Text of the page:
Monday, June 18, 2012

Malamulo Youth Services

My major project at Malamulo hospital has been to create a usable space for impoverished youth in the my area.  Our youth are at extremely high risk for contracting HIV due in part to the lack of HIV education, issues with female empowerment, and stigma behind receiving health care.  The Malamulo Youth Friendly Services Center will offer a variety of medical and educational services to our youth.  The center will provide education sessions, games, and other activities for young people to participate in so that they may become comfortable with the staff and environment.  We will offer medical services such as family planning methods, counseling on safe sex practices, crisis and rape counseling, providing HIV testing and counseling, and prenatal care.  There will also be a female empowerment curriculum offered to girls in the community.  
Several Malamulo nurses have been trained in Youth Service delivery and are prepared to donate their time and knowledge to staff the center 24 hours a day.  Their dedication to the project has truly been an inspiration to me.  

So far we have identified three rooms to use; I am in the process of acquiring materials to renovate, furnish and stock these rooms 
This is our beginning... still a long way to go!!
Tearing everything out and will create a small lecture/activity hall

Wanted to make this into a bathroom, but, alas, no funds

This will be our two medical exam rooms

Current setup.  Plans to change into the reception area

If anyone is interested in donating to this project please contact me at  Your assistance can make a real difference in the fight against HIV in Africa.

"be the change that you wish to see in the world"


My one-stop-shop
Blantyre City

Vegetable Market
Taking friends out to the market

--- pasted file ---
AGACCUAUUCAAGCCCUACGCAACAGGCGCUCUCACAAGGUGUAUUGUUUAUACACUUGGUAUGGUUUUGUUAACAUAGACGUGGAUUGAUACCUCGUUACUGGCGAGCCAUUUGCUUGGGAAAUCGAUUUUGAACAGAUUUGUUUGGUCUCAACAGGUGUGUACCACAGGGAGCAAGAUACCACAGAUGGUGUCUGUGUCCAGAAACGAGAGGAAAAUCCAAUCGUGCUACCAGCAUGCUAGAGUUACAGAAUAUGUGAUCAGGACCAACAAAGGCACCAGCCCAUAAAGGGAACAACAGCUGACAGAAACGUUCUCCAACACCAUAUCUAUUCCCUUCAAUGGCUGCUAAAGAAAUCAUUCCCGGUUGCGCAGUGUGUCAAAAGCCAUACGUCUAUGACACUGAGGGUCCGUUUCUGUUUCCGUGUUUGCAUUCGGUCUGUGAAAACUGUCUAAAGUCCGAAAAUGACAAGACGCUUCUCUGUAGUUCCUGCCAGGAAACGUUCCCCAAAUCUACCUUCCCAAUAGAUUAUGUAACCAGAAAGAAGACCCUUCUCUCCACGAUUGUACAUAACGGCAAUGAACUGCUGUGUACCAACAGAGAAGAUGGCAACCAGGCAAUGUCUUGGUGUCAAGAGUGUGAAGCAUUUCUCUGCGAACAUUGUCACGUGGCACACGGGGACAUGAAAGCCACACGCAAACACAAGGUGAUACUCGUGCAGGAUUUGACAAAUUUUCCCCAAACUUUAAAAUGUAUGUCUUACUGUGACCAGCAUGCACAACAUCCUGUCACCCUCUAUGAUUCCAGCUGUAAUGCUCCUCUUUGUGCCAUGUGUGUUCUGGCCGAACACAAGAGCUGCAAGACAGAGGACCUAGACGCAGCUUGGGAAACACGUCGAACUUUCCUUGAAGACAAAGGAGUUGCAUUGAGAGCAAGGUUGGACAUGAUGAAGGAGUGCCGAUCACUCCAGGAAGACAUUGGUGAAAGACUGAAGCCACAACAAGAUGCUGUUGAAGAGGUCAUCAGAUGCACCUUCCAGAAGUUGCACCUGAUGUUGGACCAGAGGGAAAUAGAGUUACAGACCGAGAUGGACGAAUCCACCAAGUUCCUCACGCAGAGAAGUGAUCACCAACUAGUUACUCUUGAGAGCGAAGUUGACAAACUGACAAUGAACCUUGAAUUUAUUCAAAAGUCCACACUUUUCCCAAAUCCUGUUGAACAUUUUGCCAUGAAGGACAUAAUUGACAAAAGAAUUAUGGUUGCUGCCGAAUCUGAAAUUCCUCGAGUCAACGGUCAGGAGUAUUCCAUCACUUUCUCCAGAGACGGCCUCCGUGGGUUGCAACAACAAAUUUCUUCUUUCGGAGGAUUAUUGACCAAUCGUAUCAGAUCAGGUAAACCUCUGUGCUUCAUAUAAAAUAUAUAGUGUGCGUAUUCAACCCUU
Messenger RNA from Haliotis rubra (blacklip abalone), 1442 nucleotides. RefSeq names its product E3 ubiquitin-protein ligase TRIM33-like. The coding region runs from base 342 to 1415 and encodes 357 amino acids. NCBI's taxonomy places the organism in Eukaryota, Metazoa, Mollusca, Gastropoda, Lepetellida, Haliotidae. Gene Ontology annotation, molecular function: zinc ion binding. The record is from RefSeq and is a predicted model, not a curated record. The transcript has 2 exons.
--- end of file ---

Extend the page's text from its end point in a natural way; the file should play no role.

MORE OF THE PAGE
The Neighborhood

Monday, June 4, 2012

Avocados from the Garden Of Eden

Weighing Matters

I recently got back from my mid-service training; yep, I’m now well passed the one-year mark and now only about 11 months left.  There were lots of changes in my group, some far more noticeable than others.  We spent lots of time discussing how our feelings and attitudes have changed towards Peace Corps, Malawi, Africa, and even Americans, some for the better, and some for the worst. 
However, what was most shocking was the physical changes so many of my fellow volunteers have undergone.  One girl in my group has lost over 115lbs and one of the guys has lost around 80!  In one year!! Crazy!  The newest volunteers who arrived just a few months ago had many questions concerning weight changes; The rule of thumb seems to be that girls tend to gain while pretty much all men drop significant pounds.  Why is this? As a woman, I get the weight gain; the diet here is extremely carbohydrate heavy, low protein, and produce is often limited to onions and tomatoes for most of the year with occasional spikes of seasonal fruits. 

I had the privilege of speaking with one of my favorite Malawians who was shocked to discover I wasn’t Japanese (a pretty common misunderstanding here).  When I asked how in the world he could have made that mistake he replied, “why, you are not a fatty like American.”  Thank you Nelson, for making my year. 

In my mind the weight fluctuations of Americans in Africa seem to suggest that the healthier you are in America, the more likely you are to gain; while those of us from the cheese-smothering-fat-dipping regions, like the South, tend to adjust well in the absence of oils and dairy. 

Another shock to the dietary system has been the complete removal of preservatives and artificial sweeteners from our diets.  Bread, and the occasional cookie, are the extent of inexpensive, locally manufactured goods.  Everything is fresh! Preservatives imply that you’ve gone to the extent of wrapping your food in a plastic bag, but if you want anything besides bread or produce, its going to have to be made completely from scratch.  

Exercise is also a totally foreign concept here.  Why would you go out for an evening jog when you’ve just made two trips from your house to the well carrying roughly 45lbs of water on your head?  I went to the beach the other weekend, and a group of us stared with jaws agape as a doughy white guy jogged through the sand.  Turns out, running really does look ridiculous. 

In my world there are usually 3 options on any menu and two of those three are “not around.”  A grocery store is a lady with a basket of bananas on her head, and scales are for weighing corn and cotton, not people.  I’m pretty sure my head may explode when I get back to America, but in the meantime I’ll enjoy my adventures into organic, free-range, preservative free, often vegetarian, no sugar or sodium added diet!